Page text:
The Business of Surviving at the Surface: Legacy Business
One loose line in a lease may have kept Bellevue Barber Shop, rooted in the same few-block strip of Main Street where it has operated since 1947, from becoming a relic of history.
An absentee property owner and intense devotion to the brand have kept Lawrence The Florist in business after more than 40 years.
Still, as downtown Bellevue continues to become an urban metropolis crowded by skyscrapers, tech workers, new residents, and retail shops, some small-business owners who operated for decades in low-rise (and low-rent) strip malls and storefronts are feeling squeezed when it comes to maintaining a presence in downtown Bellevue.
So, how do small businesses such as barbers, watch repairmen, and florists survive downtown?
New development in Old Bellevue pushed Bellevue Barber Shop co-owners Kurt Hester and Todd Russell from several locations, forcing them to consider moving to Bel-Red or other outlying areas. But they couldn’t find a space small enough for their two-chair operation (now three). Besides, Hester asked rhetorically one weekday morning in between cuts: “Being an (entirely) walk-in business, if you move, how do you get the word out to everybody that you’ve moved?”
Their saving grace came when the co-owners reached a deal with the developer of Meyden, a 2.75-acre, five-story mixed-use building at the corner of Main Street and Bellevue Way Northeast in Old Bellevue, just a few blocks from their shop’s original location.
“They put in a real loose written stipulation that we would be able to rent 500 square feet from them,” Hester said. While 500 square feet is far too small for most other downtown Bellevue storefronts, it’s perfect for a barber shop. “That’s the only thing that has kept us in business, was that little line that said they would let us in here.”
Hester said business rebounded to old levels when the barber shop moved in early 2016 to its new space, where parking is plentiful (though weekend events that close streets still can drive away some Saturday customers).
Downtown Bellevue’s rapid growth alsohas created other challenges for small business owners.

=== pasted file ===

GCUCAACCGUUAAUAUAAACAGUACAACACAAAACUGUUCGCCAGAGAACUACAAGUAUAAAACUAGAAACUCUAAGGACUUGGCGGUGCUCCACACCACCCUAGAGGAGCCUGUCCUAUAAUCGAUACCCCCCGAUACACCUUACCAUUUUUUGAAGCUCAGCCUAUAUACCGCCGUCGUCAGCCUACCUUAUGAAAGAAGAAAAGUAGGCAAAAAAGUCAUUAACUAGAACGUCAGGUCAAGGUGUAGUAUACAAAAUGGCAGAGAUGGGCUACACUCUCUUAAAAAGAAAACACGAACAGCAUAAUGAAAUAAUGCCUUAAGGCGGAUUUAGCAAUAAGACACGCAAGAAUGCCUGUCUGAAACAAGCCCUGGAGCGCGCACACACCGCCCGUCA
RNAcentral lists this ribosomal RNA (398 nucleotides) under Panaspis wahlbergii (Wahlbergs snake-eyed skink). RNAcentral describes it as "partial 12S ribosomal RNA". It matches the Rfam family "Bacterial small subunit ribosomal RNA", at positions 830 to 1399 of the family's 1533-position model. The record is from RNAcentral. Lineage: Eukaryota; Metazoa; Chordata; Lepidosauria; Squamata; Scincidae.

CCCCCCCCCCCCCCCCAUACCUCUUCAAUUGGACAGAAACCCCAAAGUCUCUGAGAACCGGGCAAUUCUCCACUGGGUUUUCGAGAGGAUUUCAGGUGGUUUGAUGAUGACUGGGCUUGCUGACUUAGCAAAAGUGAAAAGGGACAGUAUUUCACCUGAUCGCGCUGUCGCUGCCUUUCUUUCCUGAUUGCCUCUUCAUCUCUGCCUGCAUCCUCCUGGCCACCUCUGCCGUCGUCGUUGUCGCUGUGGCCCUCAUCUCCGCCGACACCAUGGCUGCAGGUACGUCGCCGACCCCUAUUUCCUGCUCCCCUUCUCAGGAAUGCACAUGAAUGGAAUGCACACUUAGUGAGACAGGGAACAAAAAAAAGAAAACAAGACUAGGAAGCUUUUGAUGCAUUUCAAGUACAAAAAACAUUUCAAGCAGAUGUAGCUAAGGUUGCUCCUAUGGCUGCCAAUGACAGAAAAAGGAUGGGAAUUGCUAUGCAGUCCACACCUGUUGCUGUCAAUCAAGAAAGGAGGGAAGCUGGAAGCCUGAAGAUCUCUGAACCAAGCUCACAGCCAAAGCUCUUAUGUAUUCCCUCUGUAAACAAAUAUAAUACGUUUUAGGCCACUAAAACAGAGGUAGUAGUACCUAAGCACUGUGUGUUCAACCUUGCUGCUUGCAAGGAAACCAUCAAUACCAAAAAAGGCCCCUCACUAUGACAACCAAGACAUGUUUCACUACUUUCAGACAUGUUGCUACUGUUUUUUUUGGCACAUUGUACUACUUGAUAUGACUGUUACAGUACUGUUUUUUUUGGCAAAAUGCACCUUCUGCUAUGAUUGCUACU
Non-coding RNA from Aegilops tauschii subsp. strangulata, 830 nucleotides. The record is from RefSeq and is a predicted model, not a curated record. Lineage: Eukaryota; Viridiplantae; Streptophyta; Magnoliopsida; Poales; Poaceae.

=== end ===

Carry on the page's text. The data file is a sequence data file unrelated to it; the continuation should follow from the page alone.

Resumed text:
Ron Rogers, the one-man operator of Rogers’ Fine Timepieces and Jewelry, said break-ins have hit four businesses in the Bellevue Plaza complex where he works, and he has been victimized twice in three years.
And more people and more construction activities are disruptive to traffic flow, according to Rogers, creating a problem common in most urban downtowns. “The big issue for existing customers and future clientele will be parking.”
Another possible concern for Rogers: Vulcan Real Estate, the development company owned by Microsoft co-founder Paul Allen, purchased Bellevue Plaza for $45 million two years ago, sparking concerns of additional development.
Rogers, however, said a meeting with a friendly Vulcan representative left him optimistic about the long-term health of his business.
Rogers’ operation appeals to the large subset of Bellevue workers who live outside the immediate downtown, he said. If he moved to a less commercial area and possibly charged lower prices, he would probably lose some of his massive potential clientele base.
A few blocks away, Pankaj “PK” Bhandari, who purchased Lawrence The Florist last year, said his business would fall apart if it relocated.
“Rent is high,” Bhandari explained. “Every year, it’s an increase of 3 percent, which is very hard. We are trying to get more business. We are walking (around), as an introduction to every hotel, every big company.”
Asked about moving out of downtown and to a location with more affordable rent, Bhandari responded very simply: “We can’t.”
As downtown Bellevue’s residential population has exploded, shopkeepers have more potential customers. But that density and the increase in mixed-use towers have increased the demand for new businesses, many of which compete with existing storefronts.
“Eighty percent of business is from all the downtown area,” Bhandari added. “This is our main store and main location.”
Besides, as all three business owners agreed, since they have survived for three decades and more in downtown Bellevue, why move?
“We’ve enjoyed being in Bellevue our whole time,” Hester, the barber shop co-owner, explained. “I can choose to cut hair anywhere. But it’s nice that the pieces fell together that we could continue to be here.”